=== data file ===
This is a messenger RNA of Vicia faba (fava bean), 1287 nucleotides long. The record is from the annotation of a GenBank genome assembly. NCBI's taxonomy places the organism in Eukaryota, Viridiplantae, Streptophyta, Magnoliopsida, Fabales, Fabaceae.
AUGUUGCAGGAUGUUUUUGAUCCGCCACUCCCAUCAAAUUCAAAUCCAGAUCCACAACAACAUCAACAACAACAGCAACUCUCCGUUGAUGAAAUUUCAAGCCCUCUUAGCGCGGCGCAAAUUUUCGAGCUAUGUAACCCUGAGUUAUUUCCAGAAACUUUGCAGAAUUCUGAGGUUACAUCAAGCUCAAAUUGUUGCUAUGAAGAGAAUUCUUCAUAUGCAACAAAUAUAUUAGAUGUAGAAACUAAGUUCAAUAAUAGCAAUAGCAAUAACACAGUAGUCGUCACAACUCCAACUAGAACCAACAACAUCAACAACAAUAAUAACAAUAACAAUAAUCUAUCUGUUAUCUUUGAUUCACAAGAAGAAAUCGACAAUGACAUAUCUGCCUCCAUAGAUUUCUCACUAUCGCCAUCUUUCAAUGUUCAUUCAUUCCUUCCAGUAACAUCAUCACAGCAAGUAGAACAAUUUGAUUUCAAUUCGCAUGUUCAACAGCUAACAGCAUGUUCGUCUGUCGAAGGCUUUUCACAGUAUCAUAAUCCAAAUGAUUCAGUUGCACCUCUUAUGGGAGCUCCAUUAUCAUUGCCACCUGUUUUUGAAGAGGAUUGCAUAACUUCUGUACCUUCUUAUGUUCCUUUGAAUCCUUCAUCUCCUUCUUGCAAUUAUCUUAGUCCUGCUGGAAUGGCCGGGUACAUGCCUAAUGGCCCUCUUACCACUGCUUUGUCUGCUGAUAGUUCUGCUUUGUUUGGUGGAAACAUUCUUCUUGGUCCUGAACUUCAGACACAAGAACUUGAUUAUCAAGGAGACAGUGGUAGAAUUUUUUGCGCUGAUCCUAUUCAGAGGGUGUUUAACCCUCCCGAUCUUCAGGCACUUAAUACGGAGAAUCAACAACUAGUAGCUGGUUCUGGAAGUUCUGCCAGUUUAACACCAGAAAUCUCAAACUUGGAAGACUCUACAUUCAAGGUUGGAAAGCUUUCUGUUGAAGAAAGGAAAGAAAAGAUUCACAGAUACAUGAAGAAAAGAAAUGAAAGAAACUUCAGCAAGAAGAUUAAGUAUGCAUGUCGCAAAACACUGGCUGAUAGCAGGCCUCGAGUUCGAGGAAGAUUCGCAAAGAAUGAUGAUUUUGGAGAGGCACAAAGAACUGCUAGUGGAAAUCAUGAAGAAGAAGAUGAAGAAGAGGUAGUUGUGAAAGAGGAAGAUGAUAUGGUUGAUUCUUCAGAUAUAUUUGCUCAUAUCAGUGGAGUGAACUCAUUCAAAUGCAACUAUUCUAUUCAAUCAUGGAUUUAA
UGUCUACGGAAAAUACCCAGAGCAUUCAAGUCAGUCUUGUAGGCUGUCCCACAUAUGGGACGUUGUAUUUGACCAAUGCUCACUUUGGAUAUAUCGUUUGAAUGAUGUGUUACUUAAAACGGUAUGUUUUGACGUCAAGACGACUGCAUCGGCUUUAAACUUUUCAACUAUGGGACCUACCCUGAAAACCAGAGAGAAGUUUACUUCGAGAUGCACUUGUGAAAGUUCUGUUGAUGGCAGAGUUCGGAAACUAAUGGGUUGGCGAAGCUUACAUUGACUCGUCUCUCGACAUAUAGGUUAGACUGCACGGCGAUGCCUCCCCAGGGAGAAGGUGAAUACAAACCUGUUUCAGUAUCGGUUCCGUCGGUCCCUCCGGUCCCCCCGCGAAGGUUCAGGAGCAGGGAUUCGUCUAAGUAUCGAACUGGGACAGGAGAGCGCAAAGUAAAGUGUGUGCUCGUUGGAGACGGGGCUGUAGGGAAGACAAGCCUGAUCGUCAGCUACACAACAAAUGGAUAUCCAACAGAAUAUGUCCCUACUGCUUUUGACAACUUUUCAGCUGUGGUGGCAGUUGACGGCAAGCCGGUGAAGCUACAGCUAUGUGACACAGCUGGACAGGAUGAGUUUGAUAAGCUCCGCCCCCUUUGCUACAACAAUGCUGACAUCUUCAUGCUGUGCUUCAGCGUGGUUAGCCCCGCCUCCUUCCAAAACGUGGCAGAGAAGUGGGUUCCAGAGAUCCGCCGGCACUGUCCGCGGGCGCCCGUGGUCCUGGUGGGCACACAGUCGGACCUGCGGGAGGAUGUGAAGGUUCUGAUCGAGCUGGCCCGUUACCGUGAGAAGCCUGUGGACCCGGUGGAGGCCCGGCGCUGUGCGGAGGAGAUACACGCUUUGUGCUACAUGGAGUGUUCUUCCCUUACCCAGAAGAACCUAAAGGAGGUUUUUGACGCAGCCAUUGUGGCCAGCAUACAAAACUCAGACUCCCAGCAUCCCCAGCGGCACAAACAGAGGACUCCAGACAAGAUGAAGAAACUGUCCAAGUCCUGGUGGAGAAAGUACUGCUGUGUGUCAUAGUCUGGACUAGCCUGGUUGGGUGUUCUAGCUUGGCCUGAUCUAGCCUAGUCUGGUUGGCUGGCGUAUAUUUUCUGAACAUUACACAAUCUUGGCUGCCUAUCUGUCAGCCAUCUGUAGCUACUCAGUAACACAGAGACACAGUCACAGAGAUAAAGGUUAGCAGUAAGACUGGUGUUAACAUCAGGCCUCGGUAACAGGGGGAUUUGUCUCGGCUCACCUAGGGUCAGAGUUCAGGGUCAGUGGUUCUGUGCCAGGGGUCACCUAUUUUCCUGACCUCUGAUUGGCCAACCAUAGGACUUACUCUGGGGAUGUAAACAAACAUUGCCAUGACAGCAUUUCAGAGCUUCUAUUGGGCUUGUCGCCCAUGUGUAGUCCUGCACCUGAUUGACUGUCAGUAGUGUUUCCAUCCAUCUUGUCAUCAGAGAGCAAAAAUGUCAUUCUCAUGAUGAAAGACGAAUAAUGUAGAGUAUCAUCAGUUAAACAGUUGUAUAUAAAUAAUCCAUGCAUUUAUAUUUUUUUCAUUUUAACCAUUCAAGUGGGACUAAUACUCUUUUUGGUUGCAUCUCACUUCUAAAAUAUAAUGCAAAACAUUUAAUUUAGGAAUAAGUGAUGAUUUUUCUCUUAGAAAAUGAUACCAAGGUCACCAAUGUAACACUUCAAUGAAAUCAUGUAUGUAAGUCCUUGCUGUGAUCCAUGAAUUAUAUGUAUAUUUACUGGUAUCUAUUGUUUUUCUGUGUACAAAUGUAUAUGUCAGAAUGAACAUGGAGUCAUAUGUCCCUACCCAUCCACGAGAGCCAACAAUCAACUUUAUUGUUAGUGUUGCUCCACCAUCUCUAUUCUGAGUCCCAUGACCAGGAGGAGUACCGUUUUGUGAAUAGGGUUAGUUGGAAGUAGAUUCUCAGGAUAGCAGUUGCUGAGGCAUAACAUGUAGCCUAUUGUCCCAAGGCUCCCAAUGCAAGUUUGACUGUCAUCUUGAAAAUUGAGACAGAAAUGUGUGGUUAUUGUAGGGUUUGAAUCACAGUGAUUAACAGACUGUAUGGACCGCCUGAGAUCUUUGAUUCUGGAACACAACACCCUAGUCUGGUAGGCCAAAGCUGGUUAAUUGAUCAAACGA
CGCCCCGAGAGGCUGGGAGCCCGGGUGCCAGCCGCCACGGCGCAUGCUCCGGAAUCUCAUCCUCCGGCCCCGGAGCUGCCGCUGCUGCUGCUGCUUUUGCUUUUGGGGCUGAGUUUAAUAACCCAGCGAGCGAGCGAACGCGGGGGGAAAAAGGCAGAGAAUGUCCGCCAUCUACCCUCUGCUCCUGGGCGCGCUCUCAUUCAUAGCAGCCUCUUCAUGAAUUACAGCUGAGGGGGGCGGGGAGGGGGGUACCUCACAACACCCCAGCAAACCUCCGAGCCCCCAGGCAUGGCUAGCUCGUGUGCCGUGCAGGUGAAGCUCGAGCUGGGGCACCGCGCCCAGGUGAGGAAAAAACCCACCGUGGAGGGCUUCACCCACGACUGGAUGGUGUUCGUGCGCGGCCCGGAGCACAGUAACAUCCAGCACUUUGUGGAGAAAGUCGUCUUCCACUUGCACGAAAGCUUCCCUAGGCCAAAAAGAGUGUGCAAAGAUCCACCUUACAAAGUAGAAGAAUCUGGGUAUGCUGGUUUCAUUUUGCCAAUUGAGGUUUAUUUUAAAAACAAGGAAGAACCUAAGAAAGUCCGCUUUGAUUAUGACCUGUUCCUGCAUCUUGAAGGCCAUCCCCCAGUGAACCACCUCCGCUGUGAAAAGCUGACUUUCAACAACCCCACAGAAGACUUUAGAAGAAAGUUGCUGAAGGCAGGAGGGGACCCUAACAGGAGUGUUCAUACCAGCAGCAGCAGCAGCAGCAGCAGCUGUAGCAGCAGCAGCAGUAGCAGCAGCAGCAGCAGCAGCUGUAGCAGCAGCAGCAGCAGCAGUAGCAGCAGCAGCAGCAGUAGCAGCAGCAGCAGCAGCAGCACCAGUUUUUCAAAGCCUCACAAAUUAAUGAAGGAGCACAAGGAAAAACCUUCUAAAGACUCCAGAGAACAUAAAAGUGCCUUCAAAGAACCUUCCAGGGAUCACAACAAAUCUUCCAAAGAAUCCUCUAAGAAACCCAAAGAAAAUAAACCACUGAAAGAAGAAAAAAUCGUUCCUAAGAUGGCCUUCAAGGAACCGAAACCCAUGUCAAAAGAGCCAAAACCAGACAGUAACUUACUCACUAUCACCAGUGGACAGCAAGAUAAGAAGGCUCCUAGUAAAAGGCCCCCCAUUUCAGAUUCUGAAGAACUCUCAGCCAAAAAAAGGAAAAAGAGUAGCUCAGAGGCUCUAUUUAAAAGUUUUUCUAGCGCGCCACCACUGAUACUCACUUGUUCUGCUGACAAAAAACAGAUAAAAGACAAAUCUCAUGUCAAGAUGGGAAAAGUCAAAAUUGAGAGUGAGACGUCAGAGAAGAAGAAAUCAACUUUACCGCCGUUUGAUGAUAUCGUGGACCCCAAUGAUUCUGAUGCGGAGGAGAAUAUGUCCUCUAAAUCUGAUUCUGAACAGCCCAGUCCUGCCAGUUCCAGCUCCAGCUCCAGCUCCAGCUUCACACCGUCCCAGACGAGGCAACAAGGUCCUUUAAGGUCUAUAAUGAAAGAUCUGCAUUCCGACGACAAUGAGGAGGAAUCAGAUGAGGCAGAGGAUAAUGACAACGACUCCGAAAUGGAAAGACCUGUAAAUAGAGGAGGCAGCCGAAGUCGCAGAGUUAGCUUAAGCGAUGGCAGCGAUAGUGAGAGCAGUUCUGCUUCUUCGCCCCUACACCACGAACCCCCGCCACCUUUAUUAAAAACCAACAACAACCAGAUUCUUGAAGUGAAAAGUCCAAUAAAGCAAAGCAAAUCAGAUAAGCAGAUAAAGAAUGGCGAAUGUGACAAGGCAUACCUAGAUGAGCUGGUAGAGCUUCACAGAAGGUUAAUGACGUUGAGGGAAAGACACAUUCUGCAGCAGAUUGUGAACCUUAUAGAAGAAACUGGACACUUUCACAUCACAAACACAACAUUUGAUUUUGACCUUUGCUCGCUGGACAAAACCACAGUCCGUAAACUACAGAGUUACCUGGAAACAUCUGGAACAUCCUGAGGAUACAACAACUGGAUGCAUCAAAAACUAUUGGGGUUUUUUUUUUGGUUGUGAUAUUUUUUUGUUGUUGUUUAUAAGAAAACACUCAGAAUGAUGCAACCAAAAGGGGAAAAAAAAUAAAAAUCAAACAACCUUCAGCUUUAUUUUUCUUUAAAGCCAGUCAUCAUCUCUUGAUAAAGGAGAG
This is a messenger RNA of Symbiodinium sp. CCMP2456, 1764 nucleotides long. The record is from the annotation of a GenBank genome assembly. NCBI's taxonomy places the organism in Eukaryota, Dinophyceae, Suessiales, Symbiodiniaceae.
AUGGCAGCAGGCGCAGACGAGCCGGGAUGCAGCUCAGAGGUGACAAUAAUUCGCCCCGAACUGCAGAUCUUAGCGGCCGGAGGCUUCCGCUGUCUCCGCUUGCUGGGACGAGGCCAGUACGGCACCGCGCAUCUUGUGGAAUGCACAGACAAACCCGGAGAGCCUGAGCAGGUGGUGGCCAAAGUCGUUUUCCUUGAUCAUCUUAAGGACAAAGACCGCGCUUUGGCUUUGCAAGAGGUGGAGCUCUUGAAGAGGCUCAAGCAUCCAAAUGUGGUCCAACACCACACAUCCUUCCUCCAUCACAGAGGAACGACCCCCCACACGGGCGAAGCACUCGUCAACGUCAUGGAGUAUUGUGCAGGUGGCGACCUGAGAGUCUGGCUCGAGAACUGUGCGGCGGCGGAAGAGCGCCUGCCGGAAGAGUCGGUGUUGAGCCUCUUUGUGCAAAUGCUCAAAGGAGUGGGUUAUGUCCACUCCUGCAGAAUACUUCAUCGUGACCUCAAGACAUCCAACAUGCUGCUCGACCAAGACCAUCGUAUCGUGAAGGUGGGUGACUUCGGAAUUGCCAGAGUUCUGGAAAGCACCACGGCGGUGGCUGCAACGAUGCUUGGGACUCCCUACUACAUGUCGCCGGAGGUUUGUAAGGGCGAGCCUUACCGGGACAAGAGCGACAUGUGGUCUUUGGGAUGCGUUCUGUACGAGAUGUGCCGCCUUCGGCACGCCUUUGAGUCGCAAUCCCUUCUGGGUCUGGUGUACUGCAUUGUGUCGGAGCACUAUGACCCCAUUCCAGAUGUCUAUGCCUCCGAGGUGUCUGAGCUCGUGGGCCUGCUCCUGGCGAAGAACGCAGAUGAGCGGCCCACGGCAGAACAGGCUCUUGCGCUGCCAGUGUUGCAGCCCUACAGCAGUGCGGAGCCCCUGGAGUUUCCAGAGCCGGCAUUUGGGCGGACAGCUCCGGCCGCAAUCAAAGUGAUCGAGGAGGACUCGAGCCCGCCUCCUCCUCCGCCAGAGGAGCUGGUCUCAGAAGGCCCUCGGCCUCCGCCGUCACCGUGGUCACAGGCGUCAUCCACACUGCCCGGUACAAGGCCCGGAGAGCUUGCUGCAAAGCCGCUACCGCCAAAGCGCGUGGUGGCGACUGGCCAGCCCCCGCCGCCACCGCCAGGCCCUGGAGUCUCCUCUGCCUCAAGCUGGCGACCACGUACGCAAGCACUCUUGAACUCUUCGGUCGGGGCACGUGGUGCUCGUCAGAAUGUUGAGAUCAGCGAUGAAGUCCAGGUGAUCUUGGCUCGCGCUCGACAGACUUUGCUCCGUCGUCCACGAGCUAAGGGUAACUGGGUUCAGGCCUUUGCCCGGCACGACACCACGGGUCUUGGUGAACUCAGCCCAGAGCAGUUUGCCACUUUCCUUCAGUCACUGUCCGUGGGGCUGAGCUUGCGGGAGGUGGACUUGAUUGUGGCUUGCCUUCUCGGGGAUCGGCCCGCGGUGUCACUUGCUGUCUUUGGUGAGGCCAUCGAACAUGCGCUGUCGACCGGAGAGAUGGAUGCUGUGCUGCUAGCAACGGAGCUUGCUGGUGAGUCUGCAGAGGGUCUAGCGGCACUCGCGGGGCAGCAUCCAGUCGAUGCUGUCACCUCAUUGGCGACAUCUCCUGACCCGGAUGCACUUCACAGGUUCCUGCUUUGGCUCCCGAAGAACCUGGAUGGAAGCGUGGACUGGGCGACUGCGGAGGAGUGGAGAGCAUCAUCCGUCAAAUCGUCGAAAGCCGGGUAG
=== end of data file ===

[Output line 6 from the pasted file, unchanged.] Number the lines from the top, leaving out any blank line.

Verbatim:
AUGGCAGCAGGCGCAGACGAGCCGGGAUGCAGCUCAGAGGUGACAAUAAUUCGCCCCGAACUGCAGAUCUUAGCGGCCGGAGGCUUCCGCUGUCUCCGCUUGCUGGGACGAGGCCAGUACGGCACCGCGCAUCUUGUGGAAUGCACAGACAAACCCGGAGAGCCUGAGCAGGUGGUGGCCAAAGUCGUUUUCCUUGAUCAUCUUAAGGACAAAGACCGCGCUUUGGCUUUGCAAGAGGUGGAGCUCUUGAAGAGGCUCAAGCAUCCAAAUGUGGUCCAACACCACACAUCCUUCCUCCAUCACAGAGGAACGACCCCCCACACGGGCGAAGCACUCGUCAACGUCAUGGAGUAUUGUGCAGGUGGCGACCUGAGAGUCUGGCUCGAGAACUGUGCGGCGGCGGAAGAGCGCCUGCCGGAAGAGUCGGUGUUGAGCCUCUUUGUGCAAAUGCUCAAAGGAGUGGGUUAUGUCCACUCCUGCAGAAUACUUCAUCGUGACCUCAAGACAUCCAACAUGCUGCUCGACCAAGACCAUCGUAUCGUGAAGGUGGGUGACUUCGGAAUUGCCAGAGUUCUGGAAAGCACCACGGCGGUGGCUGCAACGAUGCUUGGGACUCCCUACUACAUGUCGCCGGAGGUUUGUAAGGGCGAGCCUUACCGGGACAAGAGCGACAUGUGGUCUUUGGGAUGCGUUCUGUACGAGAUGUGCCGCCUUCGGCACGCCUUUGAGUCGCAAUCCCUUCUGGGUCUGGUGUACUGCAUUGUGUCGGAGCACUAUGACCCCAUUCCAGAUGUCUAUGCCUCCGAGGUGUCUGAGCUCGUGGGCCUGCUCCUGGCGAAGAACGCAGAUGAGCGGCCCACGGCAGAACAGGCUCUUGCGCUGCCAGUGUUGCAGCCCUACAGCAGUGCGGAGCCCCUGGAGUUUCCAGAGCCGGCAUUUGGGCGGACAGCUCCGGCCGCAAUCAAAGUGAUCGAGGAGGACUCGAGCCCGCCUCCUCCUCCGCCAGAGGAGCUGGUCUCAGAAGGCCCUCGGCCUCCGCCGUCACCGUGGUCACAGGCGUCAUCCACACUGCCCGGUACAAGGCCCGGAGAGCUUGCUGCAAAGCCGCUACCGCCAAAGCGCGUGGUGGCGACUGGCCAGCCCCCGCCGCCACCGCCAGGCCCUGGAGUCUCCUCUGCCUCAAGCUGGCGACCACGUACGCAAGCACUCUUGAACUCUUCGGUCGGGGCACGUGGUGCUCGUCAGAAUGUUGAGAUCAGCGAUGAAGUCCAGGUGAUCUUGGCUCGCGCUCGACAGACUUUGCUCCGUCGUCCACGAGCUAAGGGUAACUGGGUUCAGGCCUUUGCCCGGCACGACACCACGGGUCUUGGUGAACUCAGCCCAGAGCAGUUUGCCACUUUCCUUCAGUCACUGUCCGUGGGGCUGAGCUUGCGGGAGGUGGACUUGAUUGUGGCUUGCCUUCUCGGGGAUCGGCCCGCGGUGUCACUUGCUGUCUUUGGUGAGGCCAUCGAACAUGCGCUGUCGACCGGAGAGAUGGAUGCUGUGCUGCUAGCAACGGAGCUUGCUGGUGAGUCUGCAGAGGGUCUAGCGGCACUCGCGGGGCAGCAUCCAGUCGAUGCUGUCACCUCAUUGGCGACAUCUCCUGACCCGGAUGCACUUCACAGGUUCCUGCUUUGGCUCCCGAAGAACCUGGAUGGAAGCGUGGACUGGGCGACUGCGGAGGAGUGGAGAGCAUCAUCCGUCAAAUCGUCGAAAGCCGGGUAG